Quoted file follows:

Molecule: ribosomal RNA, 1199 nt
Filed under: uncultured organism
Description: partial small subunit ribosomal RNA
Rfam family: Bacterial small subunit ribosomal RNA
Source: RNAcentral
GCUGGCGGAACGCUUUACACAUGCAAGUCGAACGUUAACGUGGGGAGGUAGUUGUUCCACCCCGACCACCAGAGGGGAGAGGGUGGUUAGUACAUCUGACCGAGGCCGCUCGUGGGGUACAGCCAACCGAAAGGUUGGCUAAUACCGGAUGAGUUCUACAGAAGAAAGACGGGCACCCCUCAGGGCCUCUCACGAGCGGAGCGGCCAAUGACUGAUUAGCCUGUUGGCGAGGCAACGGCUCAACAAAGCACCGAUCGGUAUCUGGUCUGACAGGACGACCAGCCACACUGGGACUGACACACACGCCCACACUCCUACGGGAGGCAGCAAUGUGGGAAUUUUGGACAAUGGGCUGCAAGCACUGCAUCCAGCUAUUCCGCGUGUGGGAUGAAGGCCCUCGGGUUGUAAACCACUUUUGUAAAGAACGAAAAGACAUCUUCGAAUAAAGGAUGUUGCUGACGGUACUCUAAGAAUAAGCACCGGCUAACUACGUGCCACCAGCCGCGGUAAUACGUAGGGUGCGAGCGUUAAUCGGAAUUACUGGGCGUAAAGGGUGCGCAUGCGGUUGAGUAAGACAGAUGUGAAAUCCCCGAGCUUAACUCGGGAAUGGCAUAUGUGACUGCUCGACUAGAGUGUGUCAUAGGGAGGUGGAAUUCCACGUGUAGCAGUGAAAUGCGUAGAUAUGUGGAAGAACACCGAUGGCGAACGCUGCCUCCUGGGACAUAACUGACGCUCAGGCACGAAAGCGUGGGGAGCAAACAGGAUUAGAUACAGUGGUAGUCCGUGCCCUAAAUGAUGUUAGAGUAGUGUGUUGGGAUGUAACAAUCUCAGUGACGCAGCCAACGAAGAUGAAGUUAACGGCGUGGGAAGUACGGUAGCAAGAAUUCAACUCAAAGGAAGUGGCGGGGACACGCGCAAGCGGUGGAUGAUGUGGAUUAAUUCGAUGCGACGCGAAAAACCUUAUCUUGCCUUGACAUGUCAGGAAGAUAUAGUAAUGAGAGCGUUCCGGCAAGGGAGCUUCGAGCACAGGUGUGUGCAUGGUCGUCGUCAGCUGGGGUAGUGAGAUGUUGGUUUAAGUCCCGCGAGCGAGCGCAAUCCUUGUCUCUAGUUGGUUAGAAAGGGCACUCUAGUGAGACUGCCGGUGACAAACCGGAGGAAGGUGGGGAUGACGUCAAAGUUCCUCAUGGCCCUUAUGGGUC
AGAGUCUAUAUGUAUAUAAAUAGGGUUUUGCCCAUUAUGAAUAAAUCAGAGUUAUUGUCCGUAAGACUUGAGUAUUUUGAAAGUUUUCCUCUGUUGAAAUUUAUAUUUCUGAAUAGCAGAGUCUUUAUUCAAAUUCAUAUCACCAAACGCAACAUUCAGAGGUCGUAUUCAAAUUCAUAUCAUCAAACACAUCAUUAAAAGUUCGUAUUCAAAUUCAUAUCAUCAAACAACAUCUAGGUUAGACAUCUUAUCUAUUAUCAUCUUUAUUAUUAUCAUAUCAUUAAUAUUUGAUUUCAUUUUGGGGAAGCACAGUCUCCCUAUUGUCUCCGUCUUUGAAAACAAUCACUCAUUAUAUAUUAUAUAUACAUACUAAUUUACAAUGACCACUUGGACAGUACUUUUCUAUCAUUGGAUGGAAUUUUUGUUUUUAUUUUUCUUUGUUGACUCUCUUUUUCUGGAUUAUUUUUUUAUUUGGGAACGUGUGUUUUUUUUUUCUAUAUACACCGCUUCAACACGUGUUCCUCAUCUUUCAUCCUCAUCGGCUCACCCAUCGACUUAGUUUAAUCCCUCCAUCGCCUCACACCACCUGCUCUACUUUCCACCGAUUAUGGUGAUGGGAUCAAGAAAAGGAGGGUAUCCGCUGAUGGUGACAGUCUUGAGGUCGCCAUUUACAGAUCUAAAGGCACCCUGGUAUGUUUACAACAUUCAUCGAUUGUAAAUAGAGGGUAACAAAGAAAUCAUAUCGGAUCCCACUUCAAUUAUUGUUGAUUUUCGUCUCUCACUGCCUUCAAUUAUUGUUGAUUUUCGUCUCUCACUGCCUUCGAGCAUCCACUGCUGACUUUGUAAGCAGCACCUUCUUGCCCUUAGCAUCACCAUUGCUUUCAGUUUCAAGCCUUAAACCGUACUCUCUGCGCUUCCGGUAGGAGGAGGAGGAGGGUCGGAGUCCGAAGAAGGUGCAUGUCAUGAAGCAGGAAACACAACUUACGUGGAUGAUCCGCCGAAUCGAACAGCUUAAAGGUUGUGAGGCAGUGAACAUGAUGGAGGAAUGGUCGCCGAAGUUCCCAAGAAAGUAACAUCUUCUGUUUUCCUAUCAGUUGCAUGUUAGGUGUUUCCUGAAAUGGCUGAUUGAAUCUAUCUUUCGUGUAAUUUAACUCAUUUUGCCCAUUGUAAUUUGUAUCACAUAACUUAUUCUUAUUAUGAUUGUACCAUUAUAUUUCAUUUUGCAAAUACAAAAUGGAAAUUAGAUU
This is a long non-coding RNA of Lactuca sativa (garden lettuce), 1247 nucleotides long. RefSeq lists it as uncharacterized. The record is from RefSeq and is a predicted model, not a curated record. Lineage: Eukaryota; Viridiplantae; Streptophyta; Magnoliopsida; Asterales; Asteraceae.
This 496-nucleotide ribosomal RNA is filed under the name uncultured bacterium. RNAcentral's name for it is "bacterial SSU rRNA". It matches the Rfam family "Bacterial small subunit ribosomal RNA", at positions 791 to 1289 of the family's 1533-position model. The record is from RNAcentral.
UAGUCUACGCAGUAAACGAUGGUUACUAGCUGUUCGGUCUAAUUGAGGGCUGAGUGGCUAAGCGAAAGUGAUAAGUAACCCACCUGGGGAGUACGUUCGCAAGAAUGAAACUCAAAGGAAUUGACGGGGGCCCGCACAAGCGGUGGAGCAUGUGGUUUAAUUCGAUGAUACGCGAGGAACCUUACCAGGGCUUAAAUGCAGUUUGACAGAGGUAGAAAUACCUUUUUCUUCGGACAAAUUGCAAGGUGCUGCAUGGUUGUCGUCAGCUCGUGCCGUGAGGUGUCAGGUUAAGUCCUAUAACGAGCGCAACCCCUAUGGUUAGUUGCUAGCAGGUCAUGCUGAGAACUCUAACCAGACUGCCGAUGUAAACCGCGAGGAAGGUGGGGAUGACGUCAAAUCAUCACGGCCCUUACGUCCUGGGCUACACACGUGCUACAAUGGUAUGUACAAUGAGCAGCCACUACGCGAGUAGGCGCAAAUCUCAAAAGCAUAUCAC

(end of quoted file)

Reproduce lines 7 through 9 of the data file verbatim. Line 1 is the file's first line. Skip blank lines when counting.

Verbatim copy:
AGAGUCUAUAUGUAUAUAAAUAGGGUUUUGCCCAUUAUGAAUAAAUCAGAGUUAUUGUCCGUAAGACUUGAGUAUUUUGAAAGUUUUCCUCUGUUGAAAUUUAUAUUUCUGAAUAGCAGAGUCUUUAUUCAAAUUCAUAUCACCAAACGCAACAUUCAGAGGUCGUAUUCAAAUUCAUAUCAUCAAACACAUCAUUAAAAGUUCGUAUUCAAAUUCAUAUCAUCAAACAACAUCUAGGUUAGACAUCUUAUCUAUUAUCAUCUUUAUUAUUAUCAUAUCAUUAAUAUUUGAUUUCAUUUUGGGGAAGCACAGUCUCCCUAUUGUCUCCGUCUUUGAAAACAAUCACUCAUUAUAUAUUAUAUAUACAUACUAAUUUACAAUGACCACUUGGACAGUACUUUUCUAUCAUUGGAUGGAAUUUUUGUUUUUAUUUUUCUUUGUUGACUCUCUUUUUCUGGAUUAUUUUUUUAUUUGGGAACGUGUGUUUUUUUUUUCUAUAUACACCGCUUCAACACGUGUUCCUCAUCUUUCAUCCUCAUCGGCUCACCCAUCGACUUAGUUUAAUCCCUCCAUCGCCUCACACCACCUGCUCUACUUUCCACCGAUUAUGGUGAUGGGAUCAAGAAAAGGAGGGUAUCCGCUGAUGGUGACAGUCUUGAGGUCGCCAUUUACAGAUCUAAAGGCACCCUGGUAUGUUUACAACAUUCAUCGAUUGUAAAUAGAGGGUAACAAAGAAAUCAUAUCGGAUCCCACUUCAAUUAUUGUUGAUUUUCGUCUCUCACUGCCUUCAAUUAUUGUUGAUUUUCGUCUCUCACUGCCUUCGAGCAUCCACUGCUGACUUUGUAAGCAGCACCUUCUUGCCCUUAGCAUCACCAUUGCUUUCAGUUUCAAGCCUUAAACCGUACUCUCUGCGCUUCCGGUAGGAGGAGGAGGAGGGUCGGAGUCCGAAGAAGGUGCAUGUCAUGAAGCAGGAAACACAACUUACGUGGAUGAUCCGCCGAAUCGAACAGCUUAAAGGUUGUGAGGCAGUGAACAUGAUGGAGGAAUGGUCGCCGAAGUUCCCAAGAAAGUAACAUCUUCUGUUUUCCUAUCAGUUGCAUGUUAGGUGUUUCCUGAAAUGGCUGAUUGAAUCUAUCUUUCGUGUAAUUUAACUCAUUUUGCCCAUUGUAAUUUGUAUCACAUAACUUAUUCUUAUUAUGAUUGUACCAUUAUAUUUCAUUUUGCAAAUACAAAAUGGAAAUUAGAUU
This is a long non-coding RNA of Lactuca sativa (garden lettuce), 1247 nucleotides long. RefSeq lists it as uncharacterized. The record is from RefSeq and is a predicted model, not a curated record. Lineage: Eukaryota; Viridiplantae; Streptophyta; Magnoliopsida; Asterales; Asteraceae.
This 496-nucleotide ribosomal RNA is filed under the name uncultured bacterium. RNAcentral's name for it is "bacterial SSU rRNA". It matches the Rfam family "Bacterial small subunit ribosomal RNA", at positions 791 to 1289 of the family's 1533-position model. The record is from RNAcentral.